Love to hear from anyone about touring in Vietnam and Cambodia. Easy to do on your own? Best places to go. Touring companies that are worth the bucks? Planning a two week trip for December and January. Thanks!
Touring in Vietnam and Cambodia
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土, 2011-08-06 21:54#1
Touring in Vietnam and Cambodia
I toured Cambodia for 4 weeks. Best to sleep in guesthouses, cheap and you get to talk to the people. Avoid Phnom Penh, it's total chaos, I had an accident there although I cycle very cautiously. I had no damage because my bike is absolutely bombproof ;-)
I liked Sihanoukville. Some roads are very bad, only gravel with big stones and 4-wheel cars speeding so you choke on the lime dust and can't see a thing. If you have to drive on one of those keep a quite high speed otherwise you will take a fall for sure ...
I won't revisit Cambodia, it's just too damn dangerous. I love Thailand and Laos, the best people and real safe cycling.
Good luck and happy trails,
DO NOT CAMP OR GO OFF-ROAD IN CAMBODIA -- THERE ARE MANY, MANY LANDMINES. If you read nothing else of my post, read this. ALWAYS stay in a guesthouse.
I lived in Cambodia for 7 months and worked for a tour company, PEPY. It's not super athletic -- it's more for people who want to learn about international development work and meet LOTS of Cambodian people while cycling about 30 (typical) to 100 (MAX!) km per day.
That said, it's pretty hard to go through the backroads of Cambodia without a map or some serious language skills. And I don't know where you'd get a map of the dirt roads (which is what most of the interesting ones are) without going on a tour. I don't know who else does tours besides PEPY -- maybe Backroads or something. PEPY won't sell their route maps or directions (FYI), so don't waste your time there.
Phnom Penh is awful (as previous poster said). I hear the mountains (Mondulkiri & Ratanakiri) are AMAZING but I didn't make it up there. Cambodia doesn't have guesthouses everywhere, and there are so many Vietnam-era unexploded ordnances that it is VERY VERY VERY unsafe to go off the roads, even for a pee. The temples near Siem Reap are great -- you can bike them at your leisure. They even rent bikes in town for that purpose.
You've seen this post? http://www.warmshowers.org/content/cambodiamaps-free-map-downloads
One idea for you -- it's kind of crazy but whatever. There's a guy named Lucky who is a serious cyclist in Cambodia. He leads tours for PEPY and has even traveled internationally for competitions before (which is hard to do in such a poor country). He knows EVERY backroad -- he actually designed the trips for PEPY.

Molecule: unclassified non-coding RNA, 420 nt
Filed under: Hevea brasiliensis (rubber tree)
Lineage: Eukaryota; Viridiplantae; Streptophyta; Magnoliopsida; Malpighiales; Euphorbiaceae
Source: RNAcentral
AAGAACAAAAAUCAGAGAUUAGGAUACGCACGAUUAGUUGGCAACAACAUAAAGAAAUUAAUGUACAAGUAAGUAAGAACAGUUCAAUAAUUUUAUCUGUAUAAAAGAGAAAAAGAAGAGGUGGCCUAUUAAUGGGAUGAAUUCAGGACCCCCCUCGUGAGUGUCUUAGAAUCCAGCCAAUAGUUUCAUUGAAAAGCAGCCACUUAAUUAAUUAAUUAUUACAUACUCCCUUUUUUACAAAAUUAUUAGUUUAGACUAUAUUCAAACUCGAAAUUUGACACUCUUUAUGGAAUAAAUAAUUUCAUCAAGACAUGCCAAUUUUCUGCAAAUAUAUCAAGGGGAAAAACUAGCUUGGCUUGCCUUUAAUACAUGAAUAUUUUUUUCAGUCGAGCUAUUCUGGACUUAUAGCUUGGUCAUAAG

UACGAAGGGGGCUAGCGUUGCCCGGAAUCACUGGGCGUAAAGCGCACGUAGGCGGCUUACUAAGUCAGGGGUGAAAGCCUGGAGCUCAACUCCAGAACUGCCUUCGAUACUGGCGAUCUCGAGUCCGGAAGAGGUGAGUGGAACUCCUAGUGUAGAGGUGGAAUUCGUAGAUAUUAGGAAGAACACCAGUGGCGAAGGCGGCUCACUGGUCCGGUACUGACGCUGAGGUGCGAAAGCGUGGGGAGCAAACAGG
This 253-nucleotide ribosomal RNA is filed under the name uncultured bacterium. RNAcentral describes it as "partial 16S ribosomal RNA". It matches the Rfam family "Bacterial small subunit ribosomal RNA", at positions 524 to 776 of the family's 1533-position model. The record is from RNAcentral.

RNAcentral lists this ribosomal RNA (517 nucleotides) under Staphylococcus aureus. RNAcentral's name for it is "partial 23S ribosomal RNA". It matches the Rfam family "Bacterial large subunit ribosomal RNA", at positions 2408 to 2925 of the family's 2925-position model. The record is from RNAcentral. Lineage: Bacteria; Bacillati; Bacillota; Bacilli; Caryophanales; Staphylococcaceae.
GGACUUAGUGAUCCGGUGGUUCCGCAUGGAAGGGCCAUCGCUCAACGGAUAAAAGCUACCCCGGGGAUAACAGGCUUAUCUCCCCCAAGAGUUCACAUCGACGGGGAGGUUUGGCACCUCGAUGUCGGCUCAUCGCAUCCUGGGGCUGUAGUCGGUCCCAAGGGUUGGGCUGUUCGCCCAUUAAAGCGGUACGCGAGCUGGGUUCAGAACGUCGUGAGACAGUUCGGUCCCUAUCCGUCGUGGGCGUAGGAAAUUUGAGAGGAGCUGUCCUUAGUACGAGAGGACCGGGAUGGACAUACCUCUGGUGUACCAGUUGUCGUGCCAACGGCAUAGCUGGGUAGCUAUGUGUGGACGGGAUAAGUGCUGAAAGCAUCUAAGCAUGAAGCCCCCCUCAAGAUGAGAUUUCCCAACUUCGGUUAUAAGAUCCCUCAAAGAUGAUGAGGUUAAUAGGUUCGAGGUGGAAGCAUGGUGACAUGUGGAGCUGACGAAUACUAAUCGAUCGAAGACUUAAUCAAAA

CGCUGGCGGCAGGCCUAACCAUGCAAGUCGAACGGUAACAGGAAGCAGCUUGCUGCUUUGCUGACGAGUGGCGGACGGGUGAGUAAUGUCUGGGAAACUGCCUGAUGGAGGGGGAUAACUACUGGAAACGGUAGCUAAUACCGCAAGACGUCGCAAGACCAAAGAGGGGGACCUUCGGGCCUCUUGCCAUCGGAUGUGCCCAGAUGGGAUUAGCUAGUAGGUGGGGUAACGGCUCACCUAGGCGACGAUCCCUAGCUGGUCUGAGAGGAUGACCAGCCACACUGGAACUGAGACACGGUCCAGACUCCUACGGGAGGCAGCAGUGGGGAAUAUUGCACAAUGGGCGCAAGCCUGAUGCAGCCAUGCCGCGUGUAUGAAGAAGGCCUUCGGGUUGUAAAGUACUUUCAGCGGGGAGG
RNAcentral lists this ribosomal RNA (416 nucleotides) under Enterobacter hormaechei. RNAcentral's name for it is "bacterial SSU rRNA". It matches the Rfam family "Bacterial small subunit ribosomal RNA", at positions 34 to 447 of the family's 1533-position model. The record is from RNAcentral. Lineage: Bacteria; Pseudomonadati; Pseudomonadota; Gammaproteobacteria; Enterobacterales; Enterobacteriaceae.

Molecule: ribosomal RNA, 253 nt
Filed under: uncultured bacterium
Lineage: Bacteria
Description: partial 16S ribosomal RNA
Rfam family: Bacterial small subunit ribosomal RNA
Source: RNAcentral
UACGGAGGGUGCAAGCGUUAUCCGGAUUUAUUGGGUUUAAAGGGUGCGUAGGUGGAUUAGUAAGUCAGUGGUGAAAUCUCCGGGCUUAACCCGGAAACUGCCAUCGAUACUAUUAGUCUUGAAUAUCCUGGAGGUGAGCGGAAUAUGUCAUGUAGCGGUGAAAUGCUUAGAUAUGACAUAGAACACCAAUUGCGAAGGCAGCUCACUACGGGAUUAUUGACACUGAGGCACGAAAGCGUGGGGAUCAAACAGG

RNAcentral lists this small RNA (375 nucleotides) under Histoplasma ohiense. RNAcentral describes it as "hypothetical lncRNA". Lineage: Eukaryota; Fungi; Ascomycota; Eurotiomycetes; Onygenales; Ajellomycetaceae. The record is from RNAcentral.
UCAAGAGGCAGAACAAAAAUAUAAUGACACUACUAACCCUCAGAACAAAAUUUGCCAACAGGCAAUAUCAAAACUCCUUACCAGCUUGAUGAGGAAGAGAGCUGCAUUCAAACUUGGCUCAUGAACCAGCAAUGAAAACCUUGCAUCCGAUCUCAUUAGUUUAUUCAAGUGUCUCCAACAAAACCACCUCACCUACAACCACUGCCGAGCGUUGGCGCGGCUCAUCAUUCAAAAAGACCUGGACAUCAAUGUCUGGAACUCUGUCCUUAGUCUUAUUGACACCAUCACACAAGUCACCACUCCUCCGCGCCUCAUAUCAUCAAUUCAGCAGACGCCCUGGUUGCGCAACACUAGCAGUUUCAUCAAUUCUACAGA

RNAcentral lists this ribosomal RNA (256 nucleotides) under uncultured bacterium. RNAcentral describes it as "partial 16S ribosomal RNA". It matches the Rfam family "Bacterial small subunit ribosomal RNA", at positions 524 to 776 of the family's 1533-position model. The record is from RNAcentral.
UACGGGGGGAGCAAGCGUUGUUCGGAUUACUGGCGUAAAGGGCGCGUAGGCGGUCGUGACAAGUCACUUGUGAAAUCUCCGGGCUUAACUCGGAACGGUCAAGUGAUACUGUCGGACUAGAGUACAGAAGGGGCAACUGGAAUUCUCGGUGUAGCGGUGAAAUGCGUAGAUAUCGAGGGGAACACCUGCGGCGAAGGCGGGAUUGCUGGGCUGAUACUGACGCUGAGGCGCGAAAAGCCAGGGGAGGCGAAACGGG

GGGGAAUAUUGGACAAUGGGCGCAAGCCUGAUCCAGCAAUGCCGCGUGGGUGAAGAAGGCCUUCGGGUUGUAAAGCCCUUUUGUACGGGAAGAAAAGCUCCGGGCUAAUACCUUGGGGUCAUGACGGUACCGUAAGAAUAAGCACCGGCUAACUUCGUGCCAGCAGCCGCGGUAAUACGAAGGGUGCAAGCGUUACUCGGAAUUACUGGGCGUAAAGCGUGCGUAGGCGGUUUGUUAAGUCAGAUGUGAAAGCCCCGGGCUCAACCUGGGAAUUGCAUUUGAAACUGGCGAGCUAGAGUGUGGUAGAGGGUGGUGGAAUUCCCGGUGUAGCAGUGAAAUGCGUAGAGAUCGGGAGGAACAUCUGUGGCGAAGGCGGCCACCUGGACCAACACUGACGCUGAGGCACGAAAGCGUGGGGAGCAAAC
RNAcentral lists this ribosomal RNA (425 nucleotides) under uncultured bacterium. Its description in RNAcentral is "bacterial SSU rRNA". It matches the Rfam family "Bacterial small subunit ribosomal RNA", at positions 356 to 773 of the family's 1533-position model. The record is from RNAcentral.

If he's interested, you might be able to pay him to make a map/set of directions for you, or even hire him as a guide. I'd just email PEPY and ask them to ask him if he'd be interested in a side job. You might have to go through PEPY. When I was there last, he didn't speak much English although he was in classes (and this was 5 years ago). But if you're a woman, don't bother. He is likely to sexually harass you.
You will definitely need a mountain bike. Even the "paved" roads... well, aren't. Enjoy the Cambodian snow (red dust that is EVERYWHERE outside the cities)!
I toured Cambodia, Thailand, Laos and Northern Vietnam in 2009/2010. It is easy to do on your own, and I would actually recommend against joining a tour - I changed my itinerary (almost) every second day and was able to see some cool things and participate in some local festivals, which couldn't be done with a fixed itinerary.
If you only have two weeks (I had 9 weeks), I suggest that you think about touring Laos (and Vietnam), rather than Cambodia. I understand that you wouldn't want to miss the Angkor temples, but you can easily fly into Siem Reap for ~3 days, then on to Laos...
This is just my suggestion, so you can take it with a grain of salt, but I found the Cambodian scenery comparatively dusty and boring and the food was pretty terrible. I enjoyed cycling some dirt roads but there was quite heavy and break-neck fast traffic on the sealed roads. Laos had some amazing hills, lush scenery (you won't even notice the hills!), beautiful towns (Vientiene and Luang Prabang are stunning), and really delicious food and good french-style coffee. *swoon* I want to go back!
I crossed the border from Muang Khua Laos to Dien Bien Phu Vietnam, though be advised that this is an unsealed road, and a two-day trip (there is a Guest-house half way).
Best of luck to you.
P.S. I agree with the previous poster re: Cambodian men. Although I always dressed/acted modestly I experienced a lot of sexual harassment. I believe it is because they do not have a flirting/wooing culture - in Vietnam and Laos men were always respectful and occasionally playfully flirty if their English was up to scratch :)
Having said that, Cambodian women and children are delightful (although get used to kids screaming out "Barang!" as you cycle past lol)